We all attend business meetings, networking events, get referrals, etc. If you privately cringe when you hand over a business card then it may be time to get a new site. At some point, if you’ve ever said, “Oh, our website is awful – we desperately need to get it redone,”, then ditto. Thinking or saying these things means that you understand the importance of your site for getting new business and converting visitors so it may be time to act on this understanding.

7. The site doesn’t fill the screen

As with smartphone technology, computers have come a long way too. Most desktop PCs have a screen at least 1360 pixels wide up to 1920 pixels. Before responsive design, websites were built with a fixed width of around 900 pixels to fit neatly on the available monitors at the time. If your website looks like a thin column down the middle of the screen with lots of space either side, it’s time to have it redeveloped as you’re missing out on a lot of usable space and sales room.

8. Your competitors’ sites are better

This is an easy one. If you know your competitors’ websites are better than yours then they may be getting business that could be coming to you. Websites are usually the first point of contact for potential customers and they will opt for the company whose website is better at its job and gives them the answers they need.

9. Your website is all about you

“Our company has gone from strength-to-strength since it was established in 1986 and our management team members have over 150 years’ combined experience . . . blah, blah, yawn. . . “. Your website should be about your customers. People look for the services you provide because they need something from you. They need to know that you can solve their problems and deliver what they want. The fact that the managing director likes a round of golf once a fortnight won’t convince them to pick up the phone. Website visitors need their questions answered, to be engaged, to feel like they’re being spoken to, and to feel confident that you are the company they need. Go with the 80/20 rule. 80% of your website content should be about customer and the benefits for them, and 20% about the company and its team.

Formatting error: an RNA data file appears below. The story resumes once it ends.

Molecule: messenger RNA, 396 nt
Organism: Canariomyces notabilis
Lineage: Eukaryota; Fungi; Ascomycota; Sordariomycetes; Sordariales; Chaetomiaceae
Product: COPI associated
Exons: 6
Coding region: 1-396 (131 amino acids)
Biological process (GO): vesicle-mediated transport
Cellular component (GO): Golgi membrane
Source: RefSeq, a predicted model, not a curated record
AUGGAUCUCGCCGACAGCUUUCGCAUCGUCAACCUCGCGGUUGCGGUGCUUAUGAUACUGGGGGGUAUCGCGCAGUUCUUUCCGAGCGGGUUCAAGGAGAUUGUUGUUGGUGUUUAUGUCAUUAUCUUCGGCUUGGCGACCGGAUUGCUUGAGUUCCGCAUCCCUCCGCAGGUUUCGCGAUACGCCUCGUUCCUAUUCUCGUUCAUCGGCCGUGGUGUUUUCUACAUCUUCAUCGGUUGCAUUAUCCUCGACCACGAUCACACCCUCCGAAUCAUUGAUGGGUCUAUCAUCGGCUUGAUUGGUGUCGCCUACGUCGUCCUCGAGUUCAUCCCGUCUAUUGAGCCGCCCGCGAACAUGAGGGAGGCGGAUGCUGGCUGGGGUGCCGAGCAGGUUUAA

10. You’re not using multi channels

The web is about engagement these days. Your website should not be a ‘bolt on’ but central to a wider online marketing strategy. Social media and video channels should be an integral part of your website as they are means of raising your profile, driving traffic to your site and converting new customers. If you are not pushing and pulling content to and from your site with social channels, you’re missing out on free publicity and a wider digital reach.

Add them up. Result = Low conversion rates

Have you noticed a drop off in calls and enquiries through the site? This could be for any of the reasons above. Again, if you rely on your site for sales and conversions and business is slowing down, reflect on which of these ten points may be contributing to this happening. Consider your website as part of your sales team, almost as a member of staff who has a job to do, and which of the above requires a written warning!

If your website is suffering from any of these ailments, please get in touch for a chat on 0151 709 4930. We create websites that are intended to see a return on investment – whatever money you spend on it with us, we want you to see that money back in increased sales. Ultimately, it’s a phone call that could end up bringing you more business and more, or better, customers.

Photo by Mathew Schwartz on Unsplash